Unlike wine, the maturation of scotch does not happen if it is placed in bottles. Rather, oak casks are used for the process of maturing. But not all casks will do. The quality of the cask often determines the quality of the scotch. Experts inform that along with the making process and the quality of the barley, the quality and nature of the cask account for as much as 95% of the ultimate quality of a malt whiskey.
So, the quality of the wood that goes into the making of the cask is immensely important for the production of whiskey. Casks need to be made of oak which is both flexible and solid enough to be constructed as a cask. The oak also serves to add a distinct flavor to the whiskey. Only two types of oak are used for making casks (barrels): European oak and White American oak.
Why aging bourbon in sherry casks is not an option
Also important is that only second-hand casks are used for the preparation of scotch. This is just the opposite to the preparation of bourbon since bourbon can only be prepared in a new cask and according to American law, the cask needs to be discarded afterwards. So for example, aging bourbon in sherry casks is never a viable option. Not only that. In fact, if any distiller try aging bourbon in sherry casks, he would be held liable to the law, at least if he is living in America. And bourbon is primarily an American product. The original bourbon only comes from Kentucky. However, bourbon producers in other countries may consider aging bourbon in sherry casks.
Things are different in case of scotch, though. Scotch can only be aged in second-hand oak casks since the newness of the wood can potentially affect the subtleties that the connoisseurs relish and value in a fine scotch.
The second-hand casks that the scotch producers use generally come from the sherry or bourbon producers. This is because sherry, just like bourbon, is generally aged in new casks.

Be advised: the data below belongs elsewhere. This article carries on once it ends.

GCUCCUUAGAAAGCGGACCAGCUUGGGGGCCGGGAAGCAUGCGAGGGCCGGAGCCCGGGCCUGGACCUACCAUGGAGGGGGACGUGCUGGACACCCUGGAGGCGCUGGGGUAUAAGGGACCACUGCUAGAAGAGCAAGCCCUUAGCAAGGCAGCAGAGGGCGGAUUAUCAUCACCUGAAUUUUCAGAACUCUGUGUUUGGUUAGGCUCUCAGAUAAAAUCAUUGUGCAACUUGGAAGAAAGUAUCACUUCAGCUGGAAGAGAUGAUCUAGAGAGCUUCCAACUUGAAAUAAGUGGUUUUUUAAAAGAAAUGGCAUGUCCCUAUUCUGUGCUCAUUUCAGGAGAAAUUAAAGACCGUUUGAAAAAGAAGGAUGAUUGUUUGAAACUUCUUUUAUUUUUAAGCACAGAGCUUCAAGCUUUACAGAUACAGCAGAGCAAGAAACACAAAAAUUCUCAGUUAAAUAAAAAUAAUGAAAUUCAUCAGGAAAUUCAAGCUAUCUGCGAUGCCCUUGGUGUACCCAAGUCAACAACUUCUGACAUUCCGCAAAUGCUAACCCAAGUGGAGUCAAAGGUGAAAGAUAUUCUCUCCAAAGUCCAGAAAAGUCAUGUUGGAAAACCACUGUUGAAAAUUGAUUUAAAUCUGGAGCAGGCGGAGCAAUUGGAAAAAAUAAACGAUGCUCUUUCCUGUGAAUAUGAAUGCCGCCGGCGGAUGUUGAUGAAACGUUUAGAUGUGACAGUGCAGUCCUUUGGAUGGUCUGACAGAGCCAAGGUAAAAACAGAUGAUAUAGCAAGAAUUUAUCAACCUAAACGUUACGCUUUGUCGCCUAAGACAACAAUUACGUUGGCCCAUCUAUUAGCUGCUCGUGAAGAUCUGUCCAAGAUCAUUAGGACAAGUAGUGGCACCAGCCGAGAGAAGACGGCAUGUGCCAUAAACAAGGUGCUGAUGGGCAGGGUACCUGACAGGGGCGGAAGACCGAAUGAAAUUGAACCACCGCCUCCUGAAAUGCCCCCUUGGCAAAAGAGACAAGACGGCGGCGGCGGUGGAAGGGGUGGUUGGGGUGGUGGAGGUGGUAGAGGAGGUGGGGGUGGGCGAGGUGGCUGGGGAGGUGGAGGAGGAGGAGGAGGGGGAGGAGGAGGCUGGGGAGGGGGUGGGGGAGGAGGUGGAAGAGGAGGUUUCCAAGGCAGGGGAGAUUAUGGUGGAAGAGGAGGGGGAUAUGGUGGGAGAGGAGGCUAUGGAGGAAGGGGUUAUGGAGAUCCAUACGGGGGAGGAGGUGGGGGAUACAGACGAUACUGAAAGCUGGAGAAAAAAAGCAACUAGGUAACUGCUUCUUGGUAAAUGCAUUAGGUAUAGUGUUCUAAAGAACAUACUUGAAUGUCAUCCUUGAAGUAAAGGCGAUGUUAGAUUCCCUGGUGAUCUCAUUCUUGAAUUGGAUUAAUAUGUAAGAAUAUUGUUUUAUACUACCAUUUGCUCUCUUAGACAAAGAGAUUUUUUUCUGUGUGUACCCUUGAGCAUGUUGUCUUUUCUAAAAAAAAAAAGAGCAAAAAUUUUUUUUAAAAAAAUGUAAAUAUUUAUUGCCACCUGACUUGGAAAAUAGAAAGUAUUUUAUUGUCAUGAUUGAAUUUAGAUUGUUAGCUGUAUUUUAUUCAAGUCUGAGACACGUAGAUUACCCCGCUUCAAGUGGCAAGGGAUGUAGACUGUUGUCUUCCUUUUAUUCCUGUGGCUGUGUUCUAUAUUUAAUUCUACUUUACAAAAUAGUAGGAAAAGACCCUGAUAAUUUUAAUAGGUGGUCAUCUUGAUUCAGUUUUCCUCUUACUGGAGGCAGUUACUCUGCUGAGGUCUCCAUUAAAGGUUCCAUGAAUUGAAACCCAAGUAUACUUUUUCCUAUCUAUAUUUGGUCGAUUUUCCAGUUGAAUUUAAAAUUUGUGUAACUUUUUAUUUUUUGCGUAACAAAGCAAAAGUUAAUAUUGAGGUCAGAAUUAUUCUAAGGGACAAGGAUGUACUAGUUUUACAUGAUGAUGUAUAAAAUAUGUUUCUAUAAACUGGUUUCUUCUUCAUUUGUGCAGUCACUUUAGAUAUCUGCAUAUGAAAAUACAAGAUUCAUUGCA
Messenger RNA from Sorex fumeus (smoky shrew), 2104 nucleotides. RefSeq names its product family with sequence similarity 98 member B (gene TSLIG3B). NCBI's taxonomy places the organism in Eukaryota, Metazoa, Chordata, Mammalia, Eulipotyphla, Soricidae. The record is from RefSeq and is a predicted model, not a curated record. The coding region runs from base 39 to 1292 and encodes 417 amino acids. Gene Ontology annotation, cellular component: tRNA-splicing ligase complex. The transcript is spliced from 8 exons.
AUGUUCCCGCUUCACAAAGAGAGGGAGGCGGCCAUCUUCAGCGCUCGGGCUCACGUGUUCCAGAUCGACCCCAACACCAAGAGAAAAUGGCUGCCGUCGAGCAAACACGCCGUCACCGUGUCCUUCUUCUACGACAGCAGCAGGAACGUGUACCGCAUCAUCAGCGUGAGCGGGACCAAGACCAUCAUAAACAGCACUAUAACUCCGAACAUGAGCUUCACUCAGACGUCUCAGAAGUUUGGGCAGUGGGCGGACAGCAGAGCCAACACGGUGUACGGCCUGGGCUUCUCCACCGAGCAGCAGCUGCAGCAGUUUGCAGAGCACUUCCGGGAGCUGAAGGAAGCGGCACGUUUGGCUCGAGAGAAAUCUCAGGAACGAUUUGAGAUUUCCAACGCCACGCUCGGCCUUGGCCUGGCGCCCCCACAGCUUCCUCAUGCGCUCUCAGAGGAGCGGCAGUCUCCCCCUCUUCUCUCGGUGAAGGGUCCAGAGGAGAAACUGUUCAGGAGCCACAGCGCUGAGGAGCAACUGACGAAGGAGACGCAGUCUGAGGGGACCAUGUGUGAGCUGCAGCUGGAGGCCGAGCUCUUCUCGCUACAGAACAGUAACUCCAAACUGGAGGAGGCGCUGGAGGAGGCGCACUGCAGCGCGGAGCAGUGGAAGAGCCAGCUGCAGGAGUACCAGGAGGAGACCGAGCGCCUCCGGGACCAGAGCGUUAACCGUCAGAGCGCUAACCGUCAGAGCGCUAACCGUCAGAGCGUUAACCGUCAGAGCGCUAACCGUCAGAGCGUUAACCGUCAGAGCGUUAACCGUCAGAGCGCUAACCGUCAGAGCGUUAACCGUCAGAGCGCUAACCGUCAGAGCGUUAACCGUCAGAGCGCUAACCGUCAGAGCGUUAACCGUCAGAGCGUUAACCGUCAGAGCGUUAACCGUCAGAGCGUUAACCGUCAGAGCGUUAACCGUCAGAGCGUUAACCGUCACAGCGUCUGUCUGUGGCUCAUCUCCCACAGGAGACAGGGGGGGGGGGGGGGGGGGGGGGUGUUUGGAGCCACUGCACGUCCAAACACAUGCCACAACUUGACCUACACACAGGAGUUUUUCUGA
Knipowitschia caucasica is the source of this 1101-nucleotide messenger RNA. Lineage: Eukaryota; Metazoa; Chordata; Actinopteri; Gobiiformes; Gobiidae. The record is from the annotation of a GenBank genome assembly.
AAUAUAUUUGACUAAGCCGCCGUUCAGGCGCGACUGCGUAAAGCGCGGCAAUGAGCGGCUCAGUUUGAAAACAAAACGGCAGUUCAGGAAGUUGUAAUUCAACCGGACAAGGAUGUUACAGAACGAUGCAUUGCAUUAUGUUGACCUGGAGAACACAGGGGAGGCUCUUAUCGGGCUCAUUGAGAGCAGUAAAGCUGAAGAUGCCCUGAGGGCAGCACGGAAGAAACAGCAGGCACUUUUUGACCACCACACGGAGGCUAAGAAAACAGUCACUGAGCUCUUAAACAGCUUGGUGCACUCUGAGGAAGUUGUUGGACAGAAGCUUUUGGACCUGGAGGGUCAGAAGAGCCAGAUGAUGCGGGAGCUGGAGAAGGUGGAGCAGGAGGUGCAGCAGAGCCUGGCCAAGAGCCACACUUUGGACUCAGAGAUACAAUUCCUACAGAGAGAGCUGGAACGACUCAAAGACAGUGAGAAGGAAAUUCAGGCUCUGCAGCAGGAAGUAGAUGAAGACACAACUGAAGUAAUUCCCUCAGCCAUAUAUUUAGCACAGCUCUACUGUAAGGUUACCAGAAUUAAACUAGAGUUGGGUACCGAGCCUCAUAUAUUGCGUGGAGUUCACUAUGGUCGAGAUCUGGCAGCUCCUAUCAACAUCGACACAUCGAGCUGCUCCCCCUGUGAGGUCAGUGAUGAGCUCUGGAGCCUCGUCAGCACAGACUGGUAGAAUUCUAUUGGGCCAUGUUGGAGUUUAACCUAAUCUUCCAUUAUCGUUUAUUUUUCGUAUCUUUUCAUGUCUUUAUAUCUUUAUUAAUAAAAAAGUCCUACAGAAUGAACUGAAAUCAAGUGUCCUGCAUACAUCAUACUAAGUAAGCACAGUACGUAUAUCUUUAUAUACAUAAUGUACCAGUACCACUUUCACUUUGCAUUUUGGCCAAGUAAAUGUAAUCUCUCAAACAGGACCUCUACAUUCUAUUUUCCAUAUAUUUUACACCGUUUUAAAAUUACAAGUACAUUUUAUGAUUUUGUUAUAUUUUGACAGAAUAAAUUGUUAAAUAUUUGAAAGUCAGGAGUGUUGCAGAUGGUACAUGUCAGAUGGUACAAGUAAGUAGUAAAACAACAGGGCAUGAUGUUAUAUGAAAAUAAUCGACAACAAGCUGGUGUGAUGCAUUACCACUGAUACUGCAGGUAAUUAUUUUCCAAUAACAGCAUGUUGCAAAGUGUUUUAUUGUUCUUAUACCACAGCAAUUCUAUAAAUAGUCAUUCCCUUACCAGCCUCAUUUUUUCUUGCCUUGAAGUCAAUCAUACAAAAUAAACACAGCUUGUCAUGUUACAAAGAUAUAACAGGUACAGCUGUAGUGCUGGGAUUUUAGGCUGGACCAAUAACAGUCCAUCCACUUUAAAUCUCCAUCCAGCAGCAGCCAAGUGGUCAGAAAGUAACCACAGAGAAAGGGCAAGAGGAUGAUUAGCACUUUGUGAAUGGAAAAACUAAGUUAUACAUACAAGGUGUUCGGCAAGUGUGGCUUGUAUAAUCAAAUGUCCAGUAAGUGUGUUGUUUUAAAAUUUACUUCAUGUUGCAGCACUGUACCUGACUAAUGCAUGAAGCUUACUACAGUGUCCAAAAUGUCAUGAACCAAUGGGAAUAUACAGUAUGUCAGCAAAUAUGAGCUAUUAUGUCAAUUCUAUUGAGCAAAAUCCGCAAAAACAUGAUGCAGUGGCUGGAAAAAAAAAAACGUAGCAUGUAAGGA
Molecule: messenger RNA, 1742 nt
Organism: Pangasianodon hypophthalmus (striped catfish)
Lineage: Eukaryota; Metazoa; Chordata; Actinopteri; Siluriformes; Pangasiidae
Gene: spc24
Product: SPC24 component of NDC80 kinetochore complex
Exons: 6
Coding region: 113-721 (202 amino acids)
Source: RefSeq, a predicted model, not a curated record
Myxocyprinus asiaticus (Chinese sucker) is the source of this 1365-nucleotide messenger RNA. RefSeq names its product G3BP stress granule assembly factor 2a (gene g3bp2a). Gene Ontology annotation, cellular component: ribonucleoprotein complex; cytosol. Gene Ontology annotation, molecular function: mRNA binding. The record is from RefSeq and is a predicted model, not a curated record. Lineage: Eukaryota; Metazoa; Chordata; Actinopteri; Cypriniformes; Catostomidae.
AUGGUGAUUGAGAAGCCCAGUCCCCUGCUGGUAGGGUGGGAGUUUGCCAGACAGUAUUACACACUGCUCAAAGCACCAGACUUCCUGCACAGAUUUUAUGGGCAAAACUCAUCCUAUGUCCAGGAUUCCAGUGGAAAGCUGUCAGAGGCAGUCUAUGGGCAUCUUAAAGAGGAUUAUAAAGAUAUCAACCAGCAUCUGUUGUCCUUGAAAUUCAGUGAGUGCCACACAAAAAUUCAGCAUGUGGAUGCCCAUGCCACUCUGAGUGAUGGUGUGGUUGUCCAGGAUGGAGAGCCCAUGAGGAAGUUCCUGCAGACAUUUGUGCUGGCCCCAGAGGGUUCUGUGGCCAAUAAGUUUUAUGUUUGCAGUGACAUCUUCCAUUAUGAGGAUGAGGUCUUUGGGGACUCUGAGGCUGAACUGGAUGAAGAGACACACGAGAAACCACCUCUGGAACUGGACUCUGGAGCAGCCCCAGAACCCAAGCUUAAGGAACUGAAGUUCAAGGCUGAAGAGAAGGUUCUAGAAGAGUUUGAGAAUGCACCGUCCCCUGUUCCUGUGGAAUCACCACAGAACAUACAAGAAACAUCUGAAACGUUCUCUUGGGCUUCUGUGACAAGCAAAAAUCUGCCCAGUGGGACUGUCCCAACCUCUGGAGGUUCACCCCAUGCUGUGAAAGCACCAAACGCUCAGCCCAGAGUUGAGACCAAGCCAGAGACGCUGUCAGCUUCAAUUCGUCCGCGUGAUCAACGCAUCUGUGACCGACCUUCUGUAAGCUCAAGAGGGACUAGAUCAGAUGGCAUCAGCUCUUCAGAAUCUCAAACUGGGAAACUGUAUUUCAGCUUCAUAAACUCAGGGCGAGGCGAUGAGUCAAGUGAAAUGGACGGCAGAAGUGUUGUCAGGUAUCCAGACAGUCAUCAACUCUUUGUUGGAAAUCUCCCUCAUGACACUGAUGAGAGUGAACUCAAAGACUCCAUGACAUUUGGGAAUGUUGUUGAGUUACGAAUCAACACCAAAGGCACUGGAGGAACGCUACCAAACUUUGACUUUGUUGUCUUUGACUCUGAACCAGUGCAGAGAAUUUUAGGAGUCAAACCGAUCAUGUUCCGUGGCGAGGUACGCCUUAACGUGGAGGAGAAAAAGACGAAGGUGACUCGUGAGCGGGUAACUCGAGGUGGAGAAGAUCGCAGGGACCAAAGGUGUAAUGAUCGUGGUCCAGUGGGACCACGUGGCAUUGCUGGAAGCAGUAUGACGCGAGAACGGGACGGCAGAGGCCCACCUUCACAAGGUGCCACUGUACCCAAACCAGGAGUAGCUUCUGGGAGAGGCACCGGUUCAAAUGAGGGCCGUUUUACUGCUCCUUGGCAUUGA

The scotch makers often buy up the oak cask from bourbon and sherry producers at a convenient price. These used casks also add a typical vanilla flavor to the whiskey.
In earlier times, sherry which is a Spanish wine was shipped to Britain from the country of Spain in oak casks. The empty casks could not be returned to Spain since that would have been too expensive and the casks therefore used to lie about in disuse. That is when the Scots came upon the idea of recycling them and use them for the maturation of their own indigenous scotch. Aging bourbon in sherry casks may not be viable, but aging scotch in sherry casks very much was.
Sherry casks however cost more than bourbon oak casks. The casks distill the flavor from the former contents. But they also give the maturing scotch a deep amber color and a heavier body. The same, however, does not happen in case of aging bourbon in sherry casks.
Unlike as in the case of aging bourbon in sherry casks, sherry and bourbon casks may also be used for as much as four to five times for maturation of scotch whisky. It is natural that the later fillings will have less transferred quality of wood to them. This is the reason why one bottle would differ from the next bottle depending on the sherry or bourbon cask the content of the bottle was in.